Some repairs were made to put the parsonage in a more livable condition but plans were to sell it.  When Pastor Ron and Kathy Jensen arrived, they moved into the “old” parsonage.

On September 25, 1980, a Parish Council agreement was accepted by the Messiah Council.  The first formal meeting of the Messiah/Joliet Parish Council was held on December 27, 1980.

In the January 1981 Annual Report it was recorded that the council’s recommendation to the congregations was that the parsonage be sold now for $45,000 and that the pastor be requested to submit to the Parish Council an adequate Boise-Cascade home floor plan.  Jensens served Messiah/Joliet about three years, then went into the mission field in Madagascar.  They were in the old parsonage until they left.

The McGillen Avenue parsonage was sold June 1, 1983, for $41,000.  The note still due on it was $9769.31 and the balance was distributed to Messiah and Joliet.

While a search was ongoing for a place to buy or build a new parsonage, the church was offered a very good deal on the present parsonage by members Jack and Sue Prather.  The house at 923 South Adams was purchased from them on July 29, 1983, for $26,049.01.  After the parsonage was sold, Messiah Congregation proposed that they pay to Joliet their share (25%) of the money received from the sale.  The reasoning was that “with the vision of each congregation eventually to become self-supporting in the not-too-distant future, ….. Messiah feels they would now be able to pay this amount, where in the future, were each congregation to become self-supporting, the value of the new parsonage on South Adams Street would have possibly increased in value to such an extent that Messiah would be financially unable to purchase Joliet’s share.”  Joliet at that time owned a house that they could have used for a parsonage should they get their own pastor.  In the 1983 Parish Annual Report was the quote, “the cooperation of both congregations was beautiful and the request of Messiah to have sole ownership was completed with peace and harmony.”  Lee Rupprecht (First Parish President)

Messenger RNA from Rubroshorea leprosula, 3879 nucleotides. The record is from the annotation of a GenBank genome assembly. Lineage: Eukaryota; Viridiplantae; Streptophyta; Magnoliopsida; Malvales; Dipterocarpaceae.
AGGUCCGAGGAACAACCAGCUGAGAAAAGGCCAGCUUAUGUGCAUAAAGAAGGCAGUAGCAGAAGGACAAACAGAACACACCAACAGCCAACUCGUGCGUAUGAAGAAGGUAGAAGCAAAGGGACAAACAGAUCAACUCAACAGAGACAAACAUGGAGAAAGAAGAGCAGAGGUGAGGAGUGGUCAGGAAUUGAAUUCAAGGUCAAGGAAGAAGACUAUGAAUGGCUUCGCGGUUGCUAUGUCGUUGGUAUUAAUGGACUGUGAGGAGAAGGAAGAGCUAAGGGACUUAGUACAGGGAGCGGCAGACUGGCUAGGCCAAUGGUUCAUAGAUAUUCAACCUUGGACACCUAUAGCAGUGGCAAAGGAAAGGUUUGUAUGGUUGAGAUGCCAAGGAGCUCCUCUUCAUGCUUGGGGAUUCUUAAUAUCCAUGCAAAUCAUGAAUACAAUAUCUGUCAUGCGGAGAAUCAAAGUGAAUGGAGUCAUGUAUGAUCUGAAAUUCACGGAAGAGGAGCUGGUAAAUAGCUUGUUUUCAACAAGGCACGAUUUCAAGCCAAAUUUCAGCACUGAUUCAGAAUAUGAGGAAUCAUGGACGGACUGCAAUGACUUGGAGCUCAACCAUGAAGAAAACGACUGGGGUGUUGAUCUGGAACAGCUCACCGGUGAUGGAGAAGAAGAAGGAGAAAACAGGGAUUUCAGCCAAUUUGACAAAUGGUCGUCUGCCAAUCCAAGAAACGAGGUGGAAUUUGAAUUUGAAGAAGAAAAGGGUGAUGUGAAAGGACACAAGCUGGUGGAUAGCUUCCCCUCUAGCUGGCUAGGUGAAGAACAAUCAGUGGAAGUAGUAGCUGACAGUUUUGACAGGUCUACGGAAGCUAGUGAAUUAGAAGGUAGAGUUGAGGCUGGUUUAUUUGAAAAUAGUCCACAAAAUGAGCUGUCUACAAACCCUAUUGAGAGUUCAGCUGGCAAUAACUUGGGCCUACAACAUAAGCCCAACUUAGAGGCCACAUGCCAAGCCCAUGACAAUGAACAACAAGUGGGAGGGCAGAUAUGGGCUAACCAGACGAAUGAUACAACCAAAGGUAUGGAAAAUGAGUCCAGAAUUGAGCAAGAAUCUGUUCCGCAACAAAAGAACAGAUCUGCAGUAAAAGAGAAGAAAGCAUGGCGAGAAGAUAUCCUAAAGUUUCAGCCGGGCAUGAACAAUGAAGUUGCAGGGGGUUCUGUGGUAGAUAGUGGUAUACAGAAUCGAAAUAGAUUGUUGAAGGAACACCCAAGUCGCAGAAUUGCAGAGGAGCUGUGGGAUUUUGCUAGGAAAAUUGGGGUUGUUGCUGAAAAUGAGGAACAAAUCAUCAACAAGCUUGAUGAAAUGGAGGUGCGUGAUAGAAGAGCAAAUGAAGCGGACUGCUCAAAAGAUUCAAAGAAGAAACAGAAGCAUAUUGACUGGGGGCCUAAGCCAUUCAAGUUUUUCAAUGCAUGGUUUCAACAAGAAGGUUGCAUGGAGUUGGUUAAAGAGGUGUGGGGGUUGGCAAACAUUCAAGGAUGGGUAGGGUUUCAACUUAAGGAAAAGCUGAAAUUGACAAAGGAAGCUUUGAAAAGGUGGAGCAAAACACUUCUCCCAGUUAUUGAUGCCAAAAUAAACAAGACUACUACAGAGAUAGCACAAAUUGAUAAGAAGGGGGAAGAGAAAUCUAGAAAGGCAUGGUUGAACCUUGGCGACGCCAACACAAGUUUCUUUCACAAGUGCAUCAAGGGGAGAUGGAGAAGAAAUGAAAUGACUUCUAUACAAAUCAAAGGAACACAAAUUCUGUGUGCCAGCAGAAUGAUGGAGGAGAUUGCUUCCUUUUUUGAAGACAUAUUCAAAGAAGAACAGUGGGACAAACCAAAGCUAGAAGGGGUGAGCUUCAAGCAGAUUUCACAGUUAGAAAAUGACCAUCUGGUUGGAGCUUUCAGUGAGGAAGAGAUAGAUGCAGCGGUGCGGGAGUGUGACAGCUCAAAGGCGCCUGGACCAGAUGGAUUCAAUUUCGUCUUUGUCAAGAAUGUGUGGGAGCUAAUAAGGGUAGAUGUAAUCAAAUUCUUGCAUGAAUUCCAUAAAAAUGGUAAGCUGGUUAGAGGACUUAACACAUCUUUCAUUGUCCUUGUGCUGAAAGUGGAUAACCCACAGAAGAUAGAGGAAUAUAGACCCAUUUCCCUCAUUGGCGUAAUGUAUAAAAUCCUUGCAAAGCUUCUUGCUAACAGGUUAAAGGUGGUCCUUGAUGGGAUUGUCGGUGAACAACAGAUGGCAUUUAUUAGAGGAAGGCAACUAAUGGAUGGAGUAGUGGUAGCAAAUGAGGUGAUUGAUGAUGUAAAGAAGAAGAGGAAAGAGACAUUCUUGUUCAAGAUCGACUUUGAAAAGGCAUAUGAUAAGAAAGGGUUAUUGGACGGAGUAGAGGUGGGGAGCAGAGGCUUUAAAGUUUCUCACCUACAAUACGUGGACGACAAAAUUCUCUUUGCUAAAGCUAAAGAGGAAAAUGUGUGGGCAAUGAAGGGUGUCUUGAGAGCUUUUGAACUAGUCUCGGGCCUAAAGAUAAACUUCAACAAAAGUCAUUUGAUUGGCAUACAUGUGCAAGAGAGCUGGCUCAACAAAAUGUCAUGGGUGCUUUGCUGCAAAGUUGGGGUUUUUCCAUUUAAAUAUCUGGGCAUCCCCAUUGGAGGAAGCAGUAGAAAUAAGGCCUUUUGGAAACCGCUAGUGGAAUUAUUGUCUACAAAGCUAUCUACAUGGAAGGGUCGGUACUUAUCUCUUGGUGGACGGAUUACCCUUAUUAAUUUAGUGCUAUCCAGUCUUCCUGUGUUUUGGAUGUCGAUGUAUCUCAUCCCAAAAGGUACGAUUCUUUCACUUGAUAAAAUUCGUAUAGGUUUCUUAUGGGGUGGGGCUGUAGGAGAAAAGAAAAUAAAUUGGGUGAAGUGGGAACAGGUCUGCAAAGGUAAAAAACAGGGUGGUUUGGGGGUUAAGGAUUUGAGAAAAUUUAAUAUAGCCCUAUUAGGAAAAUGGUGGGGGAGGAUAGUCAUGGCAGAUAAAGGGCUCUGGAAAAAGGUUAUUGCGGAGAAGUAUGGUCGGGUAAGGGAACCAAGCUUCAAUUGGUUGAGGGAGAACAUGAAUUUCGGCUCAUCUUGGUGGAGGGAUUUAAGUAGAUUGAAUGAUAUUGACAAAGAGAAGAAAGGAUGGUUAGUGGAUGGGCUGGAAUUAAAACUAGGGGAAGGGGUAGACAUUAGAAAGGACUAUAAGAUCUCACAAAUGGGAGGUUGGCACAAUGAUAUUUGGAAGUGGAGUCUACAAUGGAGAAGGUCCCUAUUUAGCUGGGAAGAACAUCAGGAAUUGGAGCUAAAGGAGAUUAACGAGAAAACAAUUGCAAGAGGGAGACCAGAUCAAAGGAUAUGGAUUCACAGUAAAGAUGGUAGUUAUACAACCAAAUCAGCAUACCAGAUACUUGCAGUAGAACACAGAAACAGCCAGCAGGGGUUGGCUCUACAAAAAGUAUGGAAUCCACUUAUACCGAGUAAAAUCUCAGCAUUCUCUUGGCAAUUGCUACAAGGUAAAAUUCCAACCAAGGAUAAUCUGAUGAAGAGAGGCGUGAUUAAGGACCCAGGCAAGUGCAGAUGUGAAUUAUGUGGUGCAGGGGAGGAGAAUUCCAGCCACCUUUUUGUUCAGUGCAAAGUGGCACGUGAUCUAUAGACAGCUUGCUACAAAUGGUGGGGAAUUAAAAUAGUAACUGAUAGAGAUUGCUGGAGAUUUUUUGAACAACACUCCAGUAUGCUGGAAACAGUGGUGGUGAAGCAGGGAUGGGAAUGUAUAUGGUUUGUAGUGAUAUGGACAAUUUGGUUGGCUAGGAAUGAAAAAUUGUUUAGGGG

Interim Pastor Jim Smith served our congregation during the time after Jensens left (early 1983) and Pastor Jim Johnson arrived in April 1983.  The Rev. James Johnson family  lived temporarily in a house on South White until the present parsonage at 923 South Adams, which was purchased in July 1983, was ready for occupancy.

After Pastor Johnson left in 1987, Rev. I. C. Gronneberg and Ruth were with us as Interim Pastor until Rev. Jerry Olson was called.  Pastor Jerry Olson accepted a call to Choteau, Montana, and resigned October 4, 1998.

Rev. Jeff Olsgaard from Billings became our part-time Interim Pastor, with various pastors also coming up on occasional Sundays during the timespan of nearly a year without a regular pastor.  Rev. Bart Coleman and his wife Sharon accepted our call and arrived on September 14, 1999.  They left in August 2003 for Idaho, where he is studying to be a hospital chaplain.   

Since his departure, we were served several Sundays by Pastor Tim Meyer, and finally got an interim pastor, Pastor Ron Paulson, in December 2003.

Pastor Kim Wilker joined us on March 28, 2004, for his first Sunday worship.

In February 2006 we became independent of the relationship with Joliet, and Pastor Wilker came to serve Messiah in Red Lodge full time.

(extensive quotes and some adaptation of an article by Marilyn Hericks in 2003)